16/04/2014 12:59 BST | Updated 16/06/2014 06:59 BST

Ask Anyone Who Can Remember Britpop Where They First Heard It, and the Answer Is Usually Radio 1

Where did you first come across London Grammar? Perhaps on the radio, though of course you could also have found it on Spotify, or via a shared link on Facebook. Where did you first get an earful of German Whip? It might have been on DAB, but equally it may have been Tumblr, or via Playlister, or on YouTube. However, ask anyone who can remember Britpop where they first heard the anthems of that era, and the answer is usually a great deal simpler: Radio 1.

There may be some who first stumbled across Blur's Modern Life Is Rubbish on a piratical predecessor of Xfm, or encountered Ocean Colour Scene on a cassette exchanged with a friend, but for the vast majority of the UK, it was Radio 1 that debuted the soundtrack to the scene. The time has come then, on the 20th anniversary of its commencement, to give credit to one of the other - albeit accidental - horsemen of the Britpopalypse. A man who saddled up alongside Albarn, Gallagher and Cocker and without whom it may not have even happened at all, Matthew Bannister.

Bannister's Radio 1 might not whet the mouth of the music fan in the way that McGhee's Creation Records might, but his reinvention of 'The Nation's Favourite' into, well, 'The Nation's Second Favourite' from 1994 onwards made Britpop possible. Without a platform and without the support of the presenters on that network Britpop would never have reached the audiences required to become a genuine phenomenon. With the stations support however - and the attendant tabloid profile and record company investment - those bands became superstars.

In the years '94 to '96 Radio 1 was looking to lay down a marker about what it stood for and what it wouldn't stand for - and the support of Kula Shaker and Cast is simply the other side of the Status Quo coin. Like Status Quo, many of the artists subsequently struggled with the notion that a radio station wouldn't install them as a regular feature for many years irrespective of the quality of the output. Radio 1 hadn't replaced Chris Rea with Sleeper - it had replaced what young listeners found irrelevant with those that they felt were exciting. Once started that cycle couldn't be allowed to stop.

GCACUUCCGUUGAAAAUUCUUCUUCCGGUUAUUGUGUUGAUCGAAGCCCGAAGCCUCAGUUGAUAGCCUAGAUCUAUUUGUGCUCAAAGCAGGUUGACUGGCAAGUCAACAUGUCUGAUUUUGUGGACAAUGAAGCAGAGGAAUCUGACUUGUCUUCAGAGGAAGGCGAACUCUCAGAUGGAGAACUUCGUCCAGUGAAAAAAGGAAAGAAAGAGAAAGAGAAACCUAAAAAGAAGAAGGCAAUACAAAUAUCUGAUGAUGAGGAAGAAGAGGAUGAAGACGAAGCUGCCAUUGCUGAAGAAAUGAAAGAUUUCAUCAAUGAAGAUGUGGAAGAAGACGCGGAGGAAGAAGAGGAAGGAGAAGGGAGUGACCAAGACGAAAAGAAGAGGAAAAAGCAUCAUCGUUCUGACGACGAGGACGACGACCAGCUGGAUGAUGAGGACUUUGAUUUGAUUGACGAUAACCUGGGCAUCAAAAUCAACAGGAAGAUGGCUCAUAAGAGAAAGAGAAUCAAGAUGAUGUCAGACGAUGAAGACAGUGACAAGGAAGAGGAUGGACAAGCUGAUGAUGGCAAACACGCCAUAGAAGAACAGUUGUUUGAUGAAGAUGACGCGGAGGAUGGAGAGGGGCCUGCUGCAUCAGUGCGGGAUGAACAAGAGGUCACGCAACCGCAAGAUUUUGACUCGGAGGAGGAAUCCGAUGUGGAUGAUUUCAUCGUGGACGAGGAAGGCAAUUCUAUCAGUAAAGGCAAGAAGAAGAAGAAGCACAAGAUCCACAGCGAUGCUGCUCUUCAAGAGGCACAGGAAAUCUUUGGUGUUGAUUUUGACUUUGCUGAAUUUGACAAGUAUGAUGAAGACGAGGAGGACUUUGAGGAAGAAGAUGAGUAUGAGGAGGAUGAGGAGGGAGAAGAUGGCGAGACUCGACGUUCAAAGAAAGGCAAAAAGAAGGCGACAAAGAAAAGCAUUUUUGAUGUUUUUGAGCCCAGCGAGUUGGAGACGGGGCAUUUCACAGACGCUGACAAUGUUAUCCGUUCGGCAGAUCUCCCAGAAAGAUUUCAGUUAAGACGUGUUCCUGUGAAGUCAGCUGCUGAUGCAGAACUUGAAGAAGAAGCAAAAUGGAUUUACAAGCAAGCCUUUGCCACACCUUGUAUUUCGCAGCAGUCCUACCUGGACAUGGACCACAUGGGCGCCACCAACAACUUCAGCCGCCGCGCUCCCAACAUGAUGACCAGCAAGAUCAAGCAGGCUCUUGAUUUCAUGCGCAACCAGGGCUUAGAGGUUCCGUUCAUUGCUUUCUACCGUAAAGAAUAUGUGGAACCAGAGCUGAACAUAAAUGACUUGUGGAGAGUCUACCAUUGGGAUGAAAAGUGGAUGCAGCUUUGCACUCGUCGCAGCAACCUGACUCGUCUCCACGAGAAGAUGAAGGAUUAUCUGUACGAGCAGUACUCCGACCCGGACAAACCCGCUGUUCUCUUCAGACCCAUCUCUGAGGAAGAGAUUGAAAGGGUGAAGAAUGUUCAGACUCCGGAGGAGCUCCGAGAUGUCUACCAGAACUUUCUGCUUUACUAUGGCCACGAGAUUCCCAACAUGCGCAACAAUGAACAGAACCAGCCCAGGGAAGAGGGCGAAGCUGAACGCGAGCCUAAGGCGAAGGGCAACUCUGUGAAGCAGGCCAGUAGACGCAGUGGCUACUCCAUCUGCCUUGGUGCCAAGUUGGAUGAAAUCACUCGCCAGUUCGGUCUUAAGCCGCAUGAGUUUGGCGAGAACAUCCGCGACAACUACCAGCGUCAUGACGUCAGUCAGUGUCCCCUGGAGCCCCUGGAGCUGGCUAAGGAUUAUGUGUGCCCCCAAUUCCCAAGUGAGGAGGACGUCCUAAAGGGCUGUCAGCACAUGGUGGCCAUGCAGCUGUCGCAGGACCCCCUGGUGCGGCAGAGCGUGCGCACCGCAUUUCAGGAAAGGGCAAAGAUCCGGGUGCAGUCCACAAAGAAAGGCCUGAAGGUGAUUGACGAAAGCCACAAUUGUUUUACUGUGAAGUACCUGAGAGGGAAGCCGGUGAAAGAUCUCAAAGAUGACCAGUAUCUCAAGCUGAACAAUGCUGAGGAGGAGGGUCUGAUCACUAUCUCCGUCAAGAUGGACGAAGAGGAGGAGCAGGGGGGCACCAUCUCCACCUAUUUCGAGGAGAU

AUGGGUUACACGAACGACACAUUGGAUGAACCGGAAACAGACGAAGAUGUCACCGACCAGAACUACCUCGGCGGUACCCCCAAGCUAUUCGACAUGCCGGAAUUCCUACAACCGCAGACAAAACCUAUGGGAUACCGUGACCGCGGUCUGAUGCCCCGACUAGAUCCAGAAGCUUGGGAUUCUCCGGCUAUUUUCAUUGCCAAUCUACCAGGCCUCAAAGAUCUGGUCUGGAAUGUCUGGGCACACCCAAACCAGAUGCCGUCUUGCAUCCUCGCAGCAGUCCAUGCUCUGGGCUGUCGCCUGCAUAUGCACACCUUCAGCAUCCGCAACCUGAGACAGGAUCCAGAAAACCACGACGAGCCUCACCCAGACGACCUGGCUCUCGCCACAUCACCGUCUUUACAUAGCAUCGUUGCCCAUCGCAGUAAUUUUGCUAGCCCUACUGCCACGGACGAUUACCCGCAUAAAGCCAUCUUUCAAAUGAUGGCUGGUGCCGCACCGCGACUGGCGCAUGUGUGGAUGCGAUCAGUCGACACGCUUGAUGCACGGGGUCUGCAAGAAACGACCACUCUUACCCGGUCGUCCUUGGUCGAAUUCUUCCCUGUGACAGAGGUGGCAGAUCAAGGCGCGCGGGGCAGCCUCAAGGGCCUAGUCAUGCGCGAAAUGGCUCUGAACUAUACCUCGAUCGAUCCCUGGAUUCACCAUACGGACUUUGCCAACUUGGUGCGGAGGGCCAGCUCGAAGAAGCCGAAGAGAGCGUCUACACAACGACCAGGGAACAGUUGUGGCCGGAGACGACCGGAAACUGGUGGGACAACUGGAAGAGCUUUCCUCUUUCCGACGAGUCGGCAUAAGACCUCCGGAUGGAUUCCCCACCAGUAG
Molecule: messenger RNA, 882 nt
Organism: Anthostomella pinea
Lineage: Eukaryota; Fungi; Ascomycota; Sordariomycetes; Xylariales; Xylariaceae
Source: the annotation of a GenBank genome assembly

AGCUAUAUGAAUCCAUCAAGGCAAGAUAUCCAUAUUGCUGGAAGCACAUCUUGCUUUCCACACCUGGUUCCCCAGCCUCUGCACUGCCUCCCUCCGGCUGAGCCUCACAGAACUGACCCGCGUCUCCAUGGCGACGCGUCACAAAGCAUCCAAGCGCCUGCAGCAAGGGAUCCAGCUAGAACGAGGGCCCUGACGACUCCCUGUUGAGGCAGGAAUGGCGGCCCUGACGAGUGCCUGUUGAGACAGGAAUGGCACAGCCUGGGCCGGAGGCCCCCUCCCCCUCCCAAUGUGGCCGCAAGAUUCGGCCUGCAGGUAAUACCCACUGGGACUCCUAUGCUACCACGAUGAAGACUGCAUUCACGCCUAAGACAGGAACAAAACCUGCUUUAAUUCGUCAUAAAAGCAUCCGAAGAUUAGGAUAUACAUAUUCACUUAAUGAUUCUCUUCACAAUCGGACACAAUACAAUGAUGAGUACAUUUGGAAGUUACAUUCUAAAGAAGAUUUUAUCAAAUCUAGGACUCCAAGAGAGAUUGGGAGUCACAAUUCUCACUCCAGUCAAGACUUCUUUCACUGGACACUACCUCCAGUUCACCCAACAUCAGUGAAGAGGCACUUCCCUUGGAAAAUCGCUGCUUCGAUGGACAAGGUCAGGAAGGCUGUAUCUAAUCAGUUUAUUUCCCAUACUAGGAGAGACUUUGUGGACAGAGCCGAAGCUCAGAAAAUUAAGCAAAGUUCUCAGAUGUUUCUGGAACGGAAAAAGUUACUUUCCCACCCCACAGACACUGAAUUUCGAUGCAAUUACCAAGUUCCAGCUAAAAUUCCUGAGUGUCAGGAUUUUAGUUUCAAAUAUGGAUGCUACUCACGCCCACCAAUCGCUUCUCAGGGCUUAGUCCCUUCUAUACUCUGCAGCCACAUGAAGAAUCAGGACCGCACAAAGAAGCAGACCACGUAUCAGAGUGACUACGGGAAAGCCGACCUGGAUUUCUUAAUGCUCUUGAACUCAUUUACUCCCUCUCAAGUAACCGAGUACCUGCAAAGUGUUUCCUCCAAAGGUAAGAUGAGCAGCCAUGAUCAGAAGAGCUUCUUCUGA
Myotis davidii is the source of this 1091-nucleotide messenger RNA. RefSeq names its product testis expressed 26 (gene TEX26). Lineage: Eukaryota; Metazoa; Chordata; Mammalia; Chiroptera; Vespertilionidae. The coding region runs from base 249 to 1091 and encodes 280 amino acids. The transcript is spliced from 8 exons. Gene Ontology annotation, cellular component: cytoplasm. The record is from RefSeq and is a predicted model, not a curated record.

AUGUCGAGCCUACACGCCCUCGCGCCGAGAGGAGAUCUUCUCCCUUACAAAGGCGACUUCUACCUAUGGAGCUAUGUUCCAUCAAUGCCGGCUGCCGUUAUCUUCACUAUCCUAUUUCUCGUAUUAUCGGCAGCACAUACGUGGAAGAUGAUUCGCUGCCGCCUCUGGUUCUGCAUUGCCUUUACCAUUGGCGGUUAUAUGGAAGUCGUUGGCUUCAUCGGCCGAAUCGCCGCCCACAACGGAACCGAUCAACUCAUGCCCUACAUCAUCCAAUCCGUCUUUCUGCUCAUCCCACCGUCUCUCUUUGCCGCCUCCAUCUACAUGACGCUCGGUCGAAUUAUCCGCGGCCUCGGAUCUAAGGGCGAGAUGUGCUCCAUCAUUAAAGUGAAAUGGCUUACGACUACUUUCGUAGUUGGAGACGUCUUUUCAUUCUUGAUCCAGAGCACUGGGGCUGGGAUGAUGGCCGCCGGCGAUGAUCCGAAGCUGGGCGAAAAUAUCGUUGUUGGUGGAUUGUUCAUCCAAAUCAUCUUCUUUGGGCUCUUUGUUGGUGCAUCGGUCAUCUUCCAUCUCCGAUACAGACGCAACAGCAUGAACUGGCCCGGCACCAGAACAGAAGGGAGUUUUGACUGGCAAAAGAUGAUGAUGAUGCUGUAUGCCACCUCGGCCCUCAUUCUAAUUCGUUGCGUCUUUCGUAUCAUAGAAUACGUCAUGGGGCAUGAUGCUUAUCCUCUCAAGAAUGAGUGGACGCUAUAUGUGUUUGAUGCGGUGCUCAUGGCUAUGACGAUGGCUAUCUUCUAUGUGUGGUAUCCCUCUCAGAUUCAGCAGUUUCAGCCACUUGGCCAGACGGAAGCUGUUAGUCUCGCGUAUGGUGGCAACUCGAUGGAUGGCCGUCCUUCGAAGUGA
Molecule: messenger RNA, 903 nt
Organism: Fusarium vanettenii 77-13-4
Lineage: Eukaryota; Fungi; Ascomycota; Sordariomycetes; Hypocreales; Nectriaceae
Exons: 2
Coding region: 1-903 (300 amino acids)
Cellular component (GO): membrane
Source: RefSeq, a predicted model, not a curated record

This effect wasn't unique to UK bands, and the somewhat aggressive Year Zero approach to music of Bjork benefited as much as, say, Gene. The consequence of giving new UK music the sort of support it hadn't received since the sixties, along with the removal of heritage hosts, was that the audience shrank. Those many millions that remained were galvanised by this new musical ethos, and as with C86 or NWOBHM, it was somewhat inevitable that journalistic licence would find a way to conveniently package the product.

There is more to Radio 1's Brit credentials than songs that were played on the radio station however. The face of the quintessential Britpop TV show, TFI Friday, was the station's morning host, and the script was written by the presenter of the Saturday lunchtime slot Danny Baker. There was the evening session of course, and John Peel's persistently inquisitive and challenging approach, and let's not for a moment ignore the Mark Radcliffe show who punctuated it's musically smart playlists with contributions from then unknown comedians Sean Locke and Bill Bailey and a confident new film critic by the name of Mark Kermode.

What remains curious about Britpop is how little anyone wanted to be associated with it, even at the time. The fella from Menswear could be found trying to slip the confines of the Union straight-jacket the moment they were signed, and if you'd walked into Camden's Good Mixer and found a flop haired art-school drop out in a John Bull costume hammering out a song about Sunday roasts and asked him if he were Britpop he'd have flounced out in a red white and blue huff. The record buying public meanwhile were besieged by articles telling them that the songs they were hearing were Brit-pop, and in the absence of any other loud voices to the contrary, we believed them. It was, in every sense I can think of, 'something and nothing'.

So what the hell was Britpop then? It's universally accepted that it's no more a genre than 'Swinging Sixties' is, and nigh on impossible to define a legacy as a result. It was more a handy bucket into which various zeitgeisty things could be lobbed by the media. 'This art isn't any old modern art, it's Britpop Art!' (Hirst). 'This isn't any movie, it's a Britpop Movie!' (Trainspotting). 'This isn't any paparazzi up the skirt photo, it's Britpop up-the-skirt photo!' (Spice Girls) 'This isn't any football tournament, it's a Britpop football tournament!' (Euro 96). All of which points to the truth that Britpop wasn't a style, or a sound. It was a time. A time when, somewhat by chance, one radio manager said 'I'm not sure the young people of the UK need to hear the new Michael Bolton single', and in turn helped make Britpop happen. From a diet of the predictable he embarked on a mission to put new musical discovery back into the day-to-day life of the UK. It's a journey that Radio 1, and with new digital methods, the young people of the UK have been on since. And that's a legacy to be proud of.